There is no doubt that the people who hit the streets on June 30th had every right to take action.  However; I now question whether it was a smart idea. Opting for a ‘populist-military coup’ or whatever you want to call it before trying to work within the existing political infrastructure puts these people at the mercy of the army which as many Egyptians seem to have forgotten, doesn’t exactly have the best track record. If, as many claim, 30 million people hit the streets on June 30th demanding that President Mursi step down, couldn’t these people have thrown up a few viable alternative at the next parliamentary elections coming up in less than a year? If opposition was that high, couldn’t they have cycled the majority of the Brotherhood out in one election? One may respond (as I once did) that no such political infrastructure existed to begin with; that if these people tried to do this, the irrational and violent Brotherhood would have sacrificed itself and the country before relinquishing power. Well then, why not let them prove their own irrationality and violence to the rest of the country and the world before forcing their removal with a ‘populist-coup’ and giving them every reason to employ such irrationality and violence? Don’t you think 30M people in the streets demanding that an autocratic ruler step down after his parliament refused to respect the results of an election holds a lot more credibility then just going out and demanding his removal before even proving that the system is flawed to begin with? Don’t you think it makes a lot more sense for the army to intervene on behalf of the people at this juncture? Furthermore, don’t you think that this would force the army to be held accountable to the will of the people to operate within at least a semblance of a democratic political infrastructure?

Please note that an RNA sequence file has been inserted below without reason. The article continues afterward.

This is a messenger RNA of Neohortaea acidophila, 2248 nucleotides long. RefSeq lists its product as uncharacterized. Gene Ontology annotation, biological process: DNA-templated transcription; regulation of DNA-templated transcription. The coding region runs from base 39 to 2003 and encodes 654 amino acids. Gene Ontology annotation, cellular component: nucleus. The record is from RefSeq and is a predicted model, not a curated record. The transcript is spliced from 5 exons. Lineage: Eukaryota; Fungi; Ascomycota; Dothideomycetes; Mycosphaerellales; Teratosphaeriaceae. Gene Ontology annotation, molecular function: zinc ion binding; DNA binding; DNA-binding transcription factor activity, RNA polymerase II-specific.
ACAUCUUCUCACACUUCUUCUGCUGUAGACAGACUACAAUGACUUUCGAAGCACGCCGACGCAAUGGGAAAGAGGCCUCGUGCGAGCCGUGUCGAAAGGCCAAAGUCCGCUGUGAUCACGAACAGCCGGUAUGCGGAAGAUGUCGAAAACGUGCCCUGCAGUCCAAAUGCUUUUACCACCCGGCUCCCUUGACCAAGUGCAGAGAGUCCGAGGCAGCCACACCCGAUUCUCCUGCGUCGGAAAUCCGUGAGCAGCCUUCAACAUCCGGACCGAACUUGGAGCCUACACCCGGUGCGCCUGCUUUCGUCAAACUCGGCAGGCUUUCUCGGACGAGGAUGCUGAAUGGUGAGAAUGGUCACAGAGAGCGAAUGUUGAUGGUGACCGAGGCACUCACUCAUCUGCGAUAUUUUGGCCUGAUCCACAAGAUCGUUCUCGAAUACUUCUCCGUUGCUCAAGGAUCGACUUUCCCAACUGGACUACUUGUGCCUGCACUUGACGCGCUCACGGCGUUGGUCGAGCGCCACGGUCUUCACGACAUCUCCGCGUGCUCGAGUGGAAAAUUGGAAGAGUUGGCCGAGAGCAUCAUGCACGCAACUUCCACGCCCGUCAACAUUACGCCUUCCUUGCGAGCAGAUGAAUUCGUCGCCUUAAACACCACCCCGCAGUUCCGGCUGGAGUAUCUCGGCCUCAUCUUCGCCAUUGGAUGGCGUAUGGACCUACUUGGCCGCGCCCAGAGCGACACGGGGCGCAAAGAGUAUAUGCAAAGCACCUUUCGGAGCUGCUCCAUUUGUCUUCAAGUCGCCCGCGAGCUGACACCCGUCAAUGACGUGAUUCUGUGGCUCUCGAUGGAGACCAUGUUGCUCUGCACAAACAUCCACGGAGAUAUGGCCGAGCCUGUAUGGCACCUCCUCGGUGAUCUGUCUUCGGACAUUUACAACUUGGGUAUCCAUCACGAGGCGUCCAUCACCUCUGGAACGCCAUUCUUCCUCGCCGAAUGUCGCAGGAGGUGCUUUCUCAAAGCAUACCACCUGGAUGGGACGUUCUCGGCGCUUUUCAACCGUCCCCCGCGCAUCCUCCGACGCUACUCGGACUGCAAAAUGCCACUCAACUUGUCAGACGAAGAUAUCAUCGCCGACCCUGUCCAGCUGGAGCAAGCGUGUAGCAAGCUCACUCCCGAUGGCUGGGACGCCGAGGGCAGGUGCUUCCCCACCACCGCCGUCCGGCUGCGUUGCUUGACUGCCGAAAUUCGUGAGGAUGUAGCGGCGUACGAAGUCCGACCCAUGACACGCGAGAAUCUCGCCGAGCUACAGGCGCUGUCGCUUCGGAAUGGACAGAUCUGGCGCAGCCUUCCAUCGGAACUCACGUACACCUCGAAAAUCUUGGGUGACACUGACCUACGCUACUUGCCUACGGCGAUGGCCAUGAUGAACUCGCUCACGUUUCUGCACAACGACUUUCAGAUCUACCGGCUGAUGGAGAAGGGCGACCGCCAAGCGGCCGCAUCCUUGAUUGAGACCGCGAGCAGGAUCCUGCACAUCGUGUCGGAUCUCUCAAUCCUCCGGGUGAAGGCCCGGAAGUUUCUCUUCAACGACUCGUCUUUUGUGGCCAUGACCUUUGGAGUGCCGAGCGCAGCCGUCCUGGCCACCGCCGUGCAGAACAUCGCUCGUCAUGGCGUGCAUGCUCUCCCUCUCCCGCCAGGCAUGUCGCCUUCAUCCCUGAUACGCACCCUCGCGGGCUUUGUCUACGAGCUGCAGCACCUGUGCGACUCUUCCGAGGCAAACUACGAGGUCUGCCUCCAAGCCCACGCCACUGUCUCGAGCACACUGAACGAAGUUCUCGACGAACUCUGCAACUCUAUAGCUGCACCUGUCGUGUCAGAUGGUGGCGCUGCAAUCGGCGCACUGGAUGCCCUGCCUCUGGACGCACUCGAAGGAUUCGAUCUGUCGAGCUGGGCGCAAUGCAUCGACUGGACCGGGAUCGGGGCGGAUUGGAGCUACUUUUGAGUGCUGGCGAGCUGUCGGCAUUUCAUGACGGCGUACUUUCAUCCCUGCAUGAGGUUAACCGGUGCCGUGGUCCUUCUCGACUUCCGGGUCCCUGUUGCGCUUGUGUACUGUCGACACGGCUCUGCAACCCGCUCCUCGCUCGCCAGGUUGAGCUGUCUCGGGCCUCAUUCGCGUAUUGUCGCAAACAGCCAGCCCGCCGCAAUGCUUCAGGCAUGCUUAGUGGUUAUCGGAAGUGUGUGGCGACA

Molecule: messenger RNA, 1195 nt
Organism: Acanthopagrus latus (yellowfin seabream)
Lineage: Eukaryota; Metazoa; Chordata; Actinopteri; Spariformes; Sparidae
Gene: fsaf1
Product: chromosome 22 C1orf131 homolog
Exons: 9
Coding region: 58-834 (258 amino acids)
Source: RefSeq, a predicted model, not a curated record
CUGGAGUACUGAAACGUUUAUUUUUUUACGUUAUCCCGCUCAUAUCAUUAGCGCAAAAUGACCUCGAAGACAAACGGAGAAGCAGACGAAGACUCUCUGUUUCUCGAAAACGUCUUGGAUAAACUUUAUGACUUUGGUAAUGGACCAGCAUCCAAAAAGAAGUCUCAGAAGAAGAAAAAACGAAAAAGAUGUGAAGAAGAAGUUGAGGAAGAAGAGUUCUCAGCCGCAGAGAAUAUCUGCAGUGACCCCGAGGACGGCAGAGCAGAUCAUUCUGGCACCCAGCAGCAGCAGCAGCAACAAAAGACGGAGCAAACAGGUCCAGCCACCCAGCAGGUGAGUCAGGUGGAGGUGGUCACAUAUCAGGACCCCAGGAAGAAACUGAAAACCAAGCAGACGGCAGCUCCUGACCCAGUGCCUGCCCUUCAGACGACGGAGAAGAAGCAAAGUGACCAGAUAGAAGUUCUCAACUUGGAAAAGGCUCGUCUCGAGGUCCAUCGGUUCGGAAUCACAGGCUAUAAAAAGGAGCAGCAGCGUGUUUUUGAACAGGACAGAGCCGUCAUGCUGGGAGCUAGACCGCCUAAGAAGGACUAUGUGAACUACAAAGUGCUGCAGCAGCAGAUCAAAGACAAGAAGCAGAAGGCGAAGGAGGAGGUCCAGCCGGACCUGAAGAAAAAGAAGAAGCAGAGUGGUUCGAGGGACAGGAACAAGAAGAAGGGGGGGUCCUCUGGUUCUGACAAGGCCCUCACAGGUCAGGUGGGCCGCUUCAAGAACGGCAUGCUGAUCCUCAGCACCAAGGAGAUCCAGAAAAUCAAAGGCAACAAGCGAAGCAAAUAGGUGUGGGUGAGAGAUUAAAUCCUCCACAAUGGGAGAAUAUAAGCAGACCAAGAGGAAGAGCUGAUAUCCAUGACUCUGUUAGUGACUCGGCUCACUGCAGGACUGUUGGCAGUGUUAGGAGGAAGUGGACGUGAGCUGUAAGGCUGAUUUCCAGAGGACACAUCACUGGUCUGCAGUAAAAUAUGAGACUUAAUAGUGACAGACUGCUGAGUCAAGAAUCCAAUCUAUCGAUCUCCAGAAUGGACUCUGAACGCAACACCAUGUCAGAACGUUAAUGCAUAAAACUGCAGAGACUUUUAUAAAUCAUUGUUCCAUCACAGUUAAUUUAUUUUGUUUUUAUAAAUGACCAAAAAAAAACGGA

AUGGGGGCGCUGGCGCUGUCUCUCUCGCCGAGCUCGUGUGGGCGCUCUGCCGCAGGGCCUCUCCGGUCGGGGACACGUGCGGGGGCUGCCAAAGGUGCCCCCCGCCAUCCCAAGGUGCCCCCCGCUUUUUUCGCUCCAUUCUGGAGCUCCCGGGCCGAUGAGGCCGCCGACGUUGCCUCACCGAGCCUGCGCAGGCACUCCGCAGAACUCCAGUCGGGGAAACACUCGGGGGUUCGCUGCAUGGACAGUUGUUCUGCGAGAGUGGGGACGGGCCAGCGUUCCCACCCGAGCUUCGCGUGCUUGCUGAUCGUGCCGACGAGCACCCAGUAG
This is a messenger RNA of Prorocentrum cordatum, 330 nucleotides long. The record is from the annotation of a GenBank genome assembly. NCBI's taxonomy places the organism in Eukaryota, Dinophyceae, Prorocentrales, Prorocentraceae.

The people didn’t wait to prove the government’s failure and so they skipped a step. Because of this, they had no legitimacy…no proof that the democratic system was severely flawed. As a result of this absence of this legitimacy, the army was basically the sole actor in dissolving the constitution and removing former president Mursi. This allowed the army and police to expand their power in the name of protecting the people which needed its help so desperately. Add in the fact that much of Egypt is viewing this as a binary…’good guys vs. bad guys’ type situation and you lose all the people who disagree with both sides. You lose the true revolutionaries like my cousin who want a truly civilian government, who’d rather try to fix a flawed democratic system before using force to wipe it out. These people are still around but it’s going to be much more difficult for them to make their voices heard when the army employs authoritarianism to re-usher in the military state. Had they just tried to use the political process first it would have at least established credibility across all factions of Egyptian society. It would have proved that Egyptians want to solve things politically before using force and that intention would have been respected for years to come.

As the military and police continue to strengthen their grip and the threat of terrorism continues to become a reality…I worry for the future of the country. It seems that it’s headed back to the way things were (and possibly worse) before the beautiful revolution of January 25th. A revolution that has been hijacked and tossed back and forth between the hands of giants with greater power. However, I place all of my hope for the future on the shoulders of these true revolutionaries. I count on them to continue pursuing the true goals of January 25th and to find a way to see that these goals are realized.

The revolutions continues.


One thought on “The Revolution Continues

  1. I agree there is a good decision, best decision and you forgot …best decision for the time being….all countries all over the world reverted to violence when it came to combat terrorism. Check France 2006 and England last yr. and china all the time. United Stated brunet villages with women and children in Afghanistan to get one person, I know 2 wrong doesn’t make it right however, we asked them to come out from Rab3a in peace so many times and instead they started firing on the police and army. I hate blood and killing but they brought it on themselves by being stupid and arrogant.